Why Licensed Practical Nurses (LPNs) Are So Important

The Licensed Practical Nurse (LPN) is an essential part of the modern healthcare system, and can be a satisfying career for those interested in caregiving in a clinical setting.

The LPN has been called the “eyes and ears” of physicians and registered nurses (RNs), and is a unique and important role.

Read on to learn what makes LPNs so special!

Duties & Responsibilities

Licensed Practical Nurses assist physicians and registered nurses in hospitals, nursing homes, long-term care facilities, and other healthcare institutions in providing patients with quality care.

Under RN and physician supervision, an LPN performs tasks such as:

  • Measuring vital signs
  • Sample collection
  • Providing updates on patient status
  • Assisting patients with dressing, eating, bathing
  • Assisting with tests and procedures
  • Maintaining patient records
  • Measuring and administering medication

LPNs may also supervise any Certified Nursing Assistants (CNAs) on duty.

LPNs work on the front lines of patient care, and their primary responsibility is to ensure patient comfort and safety.

Hands-On Care

To achieve successful patient outcomes, continual and accurate assessment of patients is extremely important.

Licensed practical nurses have been called the “eyes and ears” of physicians and RNs. They often participate in more hands-on caretaking duties, like administering medication and dressing wounds, which gives them an up-close-and-personal understanding of a patient’s status.

The intimate nature of these duties means that LPNs are involved with the actual physical responsibilities of caring for patients. As a result, LPNs observe and interact with patients closely, which offers them unique insight into the effectiveness of care plans.


LPNs work closely with a team of clinicians – RNs, CNAs, physicians, physical therapists, and more – to care for patients. An LPN’s unique perspective and scope of responsibilities makes them a vital part of any successful patient care plan.

LPNs must be great problem-solvers. High patient volumes or acuities can create stress and require quick solutions, so licensed practical nurses must work well with their teammates in the interest of their patients.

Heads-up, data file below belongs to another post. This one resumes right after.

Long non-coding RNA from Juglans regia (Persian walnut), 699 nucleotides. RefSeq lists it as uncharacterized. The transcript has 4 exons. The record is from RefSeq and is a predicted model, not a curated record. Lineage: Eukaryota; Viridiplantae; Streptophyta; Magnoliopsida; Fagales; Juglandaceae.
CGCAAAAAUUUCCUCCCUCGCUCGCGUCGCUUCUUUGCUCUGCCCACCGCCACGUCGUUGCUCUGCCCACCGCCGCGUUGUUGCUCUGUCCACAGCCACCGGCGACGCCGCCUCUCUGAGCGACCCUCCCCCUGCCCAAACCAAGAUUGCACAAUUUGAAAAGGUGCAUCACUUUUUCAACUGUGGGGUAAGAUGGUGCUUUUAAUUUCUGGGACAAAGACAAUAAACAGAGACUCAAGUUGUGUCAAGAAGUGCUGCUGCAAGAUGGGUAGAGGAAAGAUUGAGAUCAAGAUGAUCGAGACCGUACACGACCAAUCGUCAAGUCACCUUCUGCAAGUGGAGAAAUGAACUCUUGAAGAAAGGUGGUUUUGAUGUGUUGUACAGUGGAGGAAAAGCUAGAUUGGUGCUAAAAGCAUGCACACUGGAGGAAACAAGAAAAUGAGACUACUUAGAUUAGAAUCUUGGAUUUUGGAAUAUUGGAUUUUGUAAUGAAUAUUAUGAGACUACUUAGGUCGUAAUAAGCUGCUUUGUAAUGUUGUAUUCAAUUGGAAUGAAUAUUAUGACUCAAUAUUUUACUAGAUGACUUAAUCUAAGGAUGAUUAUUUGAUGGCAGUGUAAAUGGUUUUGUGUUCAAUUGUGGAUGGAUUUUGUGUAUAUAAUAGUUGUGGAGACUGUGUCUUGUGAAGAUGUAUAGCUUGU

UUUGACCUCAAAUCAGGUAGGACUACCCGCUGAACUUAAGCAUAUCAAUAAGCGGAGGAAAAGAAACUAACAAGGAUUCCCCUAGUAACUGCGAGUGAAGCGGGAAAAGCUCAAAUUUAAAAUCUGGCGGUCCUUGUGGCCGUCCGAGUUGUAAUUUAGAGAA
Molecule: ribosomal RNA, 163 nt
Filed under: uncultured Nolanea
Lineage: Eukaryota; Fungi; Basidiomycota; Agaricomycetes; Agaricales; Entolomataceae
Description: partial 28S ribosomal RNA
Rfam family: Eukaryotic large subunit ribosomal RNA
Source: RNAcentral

Communication & Teamwork

Licensed practical nurses consult with their supervisors and teammates to help create a comprehensive understanding of their patients, so they must be excellent communicators.

While providing care, it’s essential for the right information to reach the right people. An LPN must be an independent worker within their scope of responsibilities as well as a great teammate, relaying any essential information to RNs, physicians and other team members.

Patient Care Plans

Many LPNs are involved in creating and implementing patient care plans. Because of their intimate involvement with patients, LPNs can closely monitor patient care plans and help with determining their effectiveness.

Patient Education & Advocacy

Because LPNs work closely with patients to carry out care plans, LPNs play a unique and important role in patient education and advocacy.

Some care plans cover topics that LPNs must explain to their patients in order for them achieve successful outcomes. LPNs often manage education for patients and their families, providing them with peace of mind and agency in the caretaking process.

When care plans prove ineffective, LPNs must advocate for their patients, supporting and protecting their right to receive exceptional care.

Compassion & Collaboration

LPNs must display compassion for patients and their families throughout the caregiving process, and sometimes act as a guide to help them explore their own feelings about healthcare and illness.

Sometimes, a patient receives an unfortunate prognosis or enters hospice care. LPNs are vital during these difficult times and provide transitional support through education and exploration of treatment options.

Career Growth Opportunities

The role of the licensed practical nurse is becoming more important. According to the U.S. Bureau of Labor Statistics (BLS), employment of LPNs will increase by 11 percent from 2018 to 2028, which makes it the fastest-growing profession in the country, on average.

LPNs also have the opportunity for career growth. Many organizations offer LPN-to-RN programs, which are designed specifically for LPNs interested in becoming registered nurses. LPN-to-RN programs provide current LPNs with a more in-depth curriculum, allowing them to receive their nursing license faster than standard nursing programs.

Once an LPN-to-RN program has been completed, a licensed practical nurse is qualified to take the NCLEX-RN exam to become a registered nurse.

LPNs Thrive with GIFTED Healthcare

From travel to per diem assignments, GIFTED Healthcare provides LPNs with exceptional career opportunities.

Apply now to join the GIFTED Family today!

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